Market insight The lettings market
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The lettings market

Buy-to-let was one of Britain’s best-loved investments, with the size of the sector more than doubling over the last 20 years. However, since 2016 weaker house price inflation, increased regulation and punishing tax changes have eaten into the profitability of buy-to-let for some landlords and as a result the growth of the private rented sector (PRS) has slowed. Yet, despite the changes, landlords have adapted well and continue to scope out opportunities.

Last year there were over 4.4 million privately rented households in England, a quarter of a million less than at the 2017 peak despite the total housing stock increasing by 695,000 homes over that time. Our analysis shows a rise in the number of landlords selling up and leaving the sector and a fall in the number of new investors buying in.

The introduction of a 3% stamp duty surcharge on second home purchases in 2016 has weighed on investors’ acquisitions. In 2020, landlords bought 12% of homes sold in Great Britain, equating to around 120,000 properties, down from 16%, or 196,000, in 2015. While the stamp duty holiday has brought more investors back into the market, this is not enough to make up for the overall loss.

Changes to Section 24 have forced some mortgaged landlords to sell up. The changes, announced in 2016 and phased in from 2017, mean that landlords who own properties in their personal name can no longer deduct most of their mortgage interest costs as an expense (i.e. before tax). Since 2020, tax relief has been fixed at the basic 20% income tax rate. This has hit higher-rate taxpayers particularly hard and, in some cases, has pushed lower-rate taxpayers into the 40% bracket, reducing their profits.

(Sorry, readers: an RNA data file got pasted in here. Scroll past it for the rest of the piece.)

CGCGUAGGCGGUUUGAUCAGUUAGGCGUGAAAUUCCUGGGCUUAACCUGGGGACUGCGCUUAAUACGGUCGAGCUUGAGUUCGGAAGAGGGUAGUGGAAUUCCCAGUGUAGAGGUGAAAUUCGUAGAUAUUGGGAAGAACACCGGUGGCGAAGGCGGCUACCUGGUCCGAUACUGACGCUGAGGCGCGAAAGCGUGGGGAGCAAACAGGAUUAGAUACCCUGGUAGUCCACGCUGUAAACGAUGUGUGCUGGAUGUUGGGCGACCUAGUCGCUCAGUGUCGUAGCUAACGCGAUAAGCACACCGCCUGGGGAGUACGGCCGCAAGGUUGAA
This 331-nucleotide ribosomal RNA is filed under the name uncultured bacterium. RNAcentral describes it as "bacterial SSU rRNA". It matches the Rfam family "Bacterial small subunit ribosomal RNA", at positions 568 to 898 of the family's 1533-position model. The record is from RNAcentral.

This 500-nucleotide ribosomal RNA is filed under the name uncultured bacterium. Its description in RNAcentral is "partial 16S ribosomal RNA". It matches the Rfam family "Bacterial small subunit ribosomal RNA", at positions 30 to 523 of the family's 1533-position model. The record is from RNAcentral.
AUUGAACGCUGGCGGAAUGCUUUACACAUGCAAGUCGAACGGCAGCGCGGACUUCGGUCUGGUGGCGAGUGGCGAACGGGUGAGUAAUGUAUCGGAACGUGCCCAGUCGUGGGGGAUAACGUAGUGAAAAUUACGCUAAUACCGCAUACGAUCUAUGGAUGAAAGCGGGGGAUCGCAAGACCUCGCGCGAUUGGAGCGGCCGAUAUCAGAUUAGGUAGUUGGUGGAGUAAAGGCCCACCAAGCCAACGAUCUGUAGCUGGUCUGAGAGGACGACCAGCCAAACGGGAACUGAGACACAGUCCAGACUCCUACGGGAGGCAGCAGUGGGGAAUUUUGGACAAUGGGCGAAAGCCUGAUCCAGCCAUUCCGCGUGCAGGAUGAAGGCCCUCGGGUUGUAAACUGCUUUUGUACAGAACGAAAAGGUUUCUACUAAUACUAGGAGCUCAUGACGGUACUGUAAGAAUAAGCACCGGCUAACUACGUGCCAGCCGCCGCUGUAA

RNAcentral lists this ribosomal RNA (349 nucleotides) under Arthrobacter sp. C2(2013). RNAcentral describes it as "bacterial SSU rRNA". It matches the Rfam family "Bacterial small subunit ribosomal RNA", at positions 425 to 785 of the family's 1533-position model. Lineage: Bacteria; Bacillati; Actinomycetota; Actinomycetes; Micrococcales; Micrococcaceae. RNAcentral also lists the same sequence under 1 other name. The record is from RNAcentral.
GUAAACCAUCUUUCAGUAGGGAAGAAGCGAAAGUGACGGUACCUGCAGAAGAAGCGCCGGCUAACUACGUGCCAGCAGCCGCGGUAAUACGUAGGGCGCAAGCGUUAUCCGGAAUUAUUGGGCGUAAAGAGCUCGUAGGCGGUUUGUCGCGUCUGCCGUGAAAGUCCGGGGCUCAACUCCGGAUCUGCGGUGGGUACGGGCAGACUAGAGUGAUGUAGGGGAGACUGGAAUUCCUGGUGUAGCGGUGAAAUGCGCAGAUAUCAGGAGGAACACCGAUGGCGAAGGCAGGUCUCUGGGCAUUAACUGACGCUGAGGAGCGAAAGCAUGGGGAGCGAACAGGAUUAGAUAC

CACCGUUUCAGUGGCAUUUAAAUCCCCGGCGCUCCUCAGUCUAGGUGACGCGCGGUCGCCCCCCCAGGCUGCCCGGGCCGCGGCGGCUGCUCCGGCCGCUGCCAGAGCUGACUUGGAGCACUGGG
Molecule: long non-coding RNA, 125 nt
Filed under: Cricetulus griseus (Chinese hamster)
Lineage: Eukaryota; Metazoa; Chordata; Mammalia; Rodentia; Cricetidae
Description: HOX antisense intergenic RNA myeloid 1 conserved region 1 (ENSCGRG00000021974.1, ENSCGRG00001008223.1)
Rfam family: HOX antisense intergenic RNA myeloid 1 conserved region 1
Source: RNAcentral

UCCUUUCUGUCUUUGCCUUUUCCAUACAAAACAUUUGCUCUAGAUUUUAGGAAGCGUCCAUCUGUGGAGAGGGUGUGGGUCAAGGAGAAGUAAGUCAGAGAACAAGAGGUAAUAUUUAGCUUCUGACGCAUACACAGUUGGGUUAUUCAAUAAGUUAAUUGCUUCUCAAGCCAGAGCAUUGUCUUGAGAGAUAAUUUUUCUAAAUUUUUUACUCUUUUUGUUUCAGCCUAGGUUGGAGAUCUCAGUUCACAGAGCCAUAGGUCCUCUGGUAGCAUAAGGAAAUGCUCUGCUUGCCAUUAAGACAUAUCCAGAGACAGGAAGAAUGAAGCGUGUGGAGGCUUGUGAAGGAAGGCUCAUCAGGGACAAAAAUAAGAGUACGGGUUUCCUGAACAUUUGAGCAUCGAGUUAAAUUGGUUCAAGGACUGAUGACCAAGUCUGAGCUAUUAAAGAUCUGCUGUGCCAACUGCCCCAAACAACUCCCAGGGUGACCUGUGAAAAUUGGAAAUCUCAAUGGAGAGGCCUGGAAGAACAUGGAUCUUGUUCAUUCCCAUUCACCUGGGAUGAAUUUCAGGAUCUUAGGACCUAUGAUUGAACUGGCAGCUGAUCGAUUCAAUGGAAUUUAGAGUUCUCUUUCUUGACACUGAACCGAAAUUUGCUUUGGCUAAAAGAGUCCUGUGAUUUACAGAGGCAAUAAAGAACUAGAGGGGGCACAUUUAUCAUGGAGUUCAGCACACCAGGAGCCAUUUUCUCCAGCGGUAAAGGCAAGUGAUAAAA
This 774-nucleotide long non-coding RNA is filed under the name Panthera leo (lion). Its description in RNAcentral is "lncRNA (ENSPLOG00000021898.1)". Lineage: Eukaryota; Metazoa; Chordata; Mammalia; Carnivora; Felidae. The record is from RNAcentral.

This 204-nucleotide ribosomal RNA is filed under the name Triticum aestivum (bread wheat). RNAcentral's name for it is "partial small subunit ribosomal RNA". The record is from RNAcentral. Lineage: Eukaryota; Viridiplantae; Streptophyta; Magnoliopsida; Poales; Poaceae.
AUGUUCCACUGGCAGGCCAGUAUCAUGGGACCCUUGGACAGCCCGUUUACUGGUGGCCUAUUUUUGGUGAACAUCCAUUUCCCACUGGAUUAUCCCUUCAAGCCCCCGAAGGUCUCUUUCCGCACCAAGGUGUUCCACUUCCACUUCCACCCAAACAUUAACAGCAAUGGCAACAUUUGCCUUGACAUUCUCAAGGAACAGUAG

However, these changes will not affect most landlords. Typically, the tax changes have hit newer entrants rather than longer-established landlords. By the end of 2020, there were just under two million outstanding buy-to-let mortgages (both in personal and company names) in Great Britain and around five million privately rented homes. This means only around 40% of current landlords have a mortgage, compared to 46% of owner-occupiers, so most landlords' profitability has remained unchanged despite the new rules. In 2020, 52% of investor purchases were funded with cash.

One way to cushion the blow is to put a property, or properties, into a company or SPV (Special Purpose Vehicle). While individuals owning buy-to-lets are effectively taxed on turnover, company buy-to-lets are taxed on profits. This is one of the reasons why more companies were set up to hold buy-to-lets between 2016 and 2020 than in the preceding 50 years combined. In the last year alone, a total of 41,700 new buy-to-let limited companies were formed, an increase of 23% on 2019.

Limited companies don’t work for everyone, though. Setting up an SPV tends to benefit higher-rate taxpayers or those with multiple buy-to-let properties. For landlords without a mortgage, or looking to buy in cash, the benefits of putting a property into a company are undoubtedly more marginal than for someone with a buy-to-let mortgage.

Slow house price growth and new tax regulations have made landlords prioritise yield. Weaker house price inflation over the last few years has meant that more of a landlord’s total return has come from rental income rather than capital appreciation. However, the tapering of mortgage interest tax relief has caused lenders to apply more stringent affordability tests, particularly for higher-rate taxpayers, and has made securing finance on lower yielding properties tricky.

This has driven landlords seeking yields further North. The professionalisation of the sector and quest for higher yields mean landlords are now buying properties 40% further away from where they live. Offering the highest average yields, the North East remains the capital of buy-to-let, with one in four homes sold in the region last year bought by a landlord.

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Of our Spring 2021 Buy-to-Let Report

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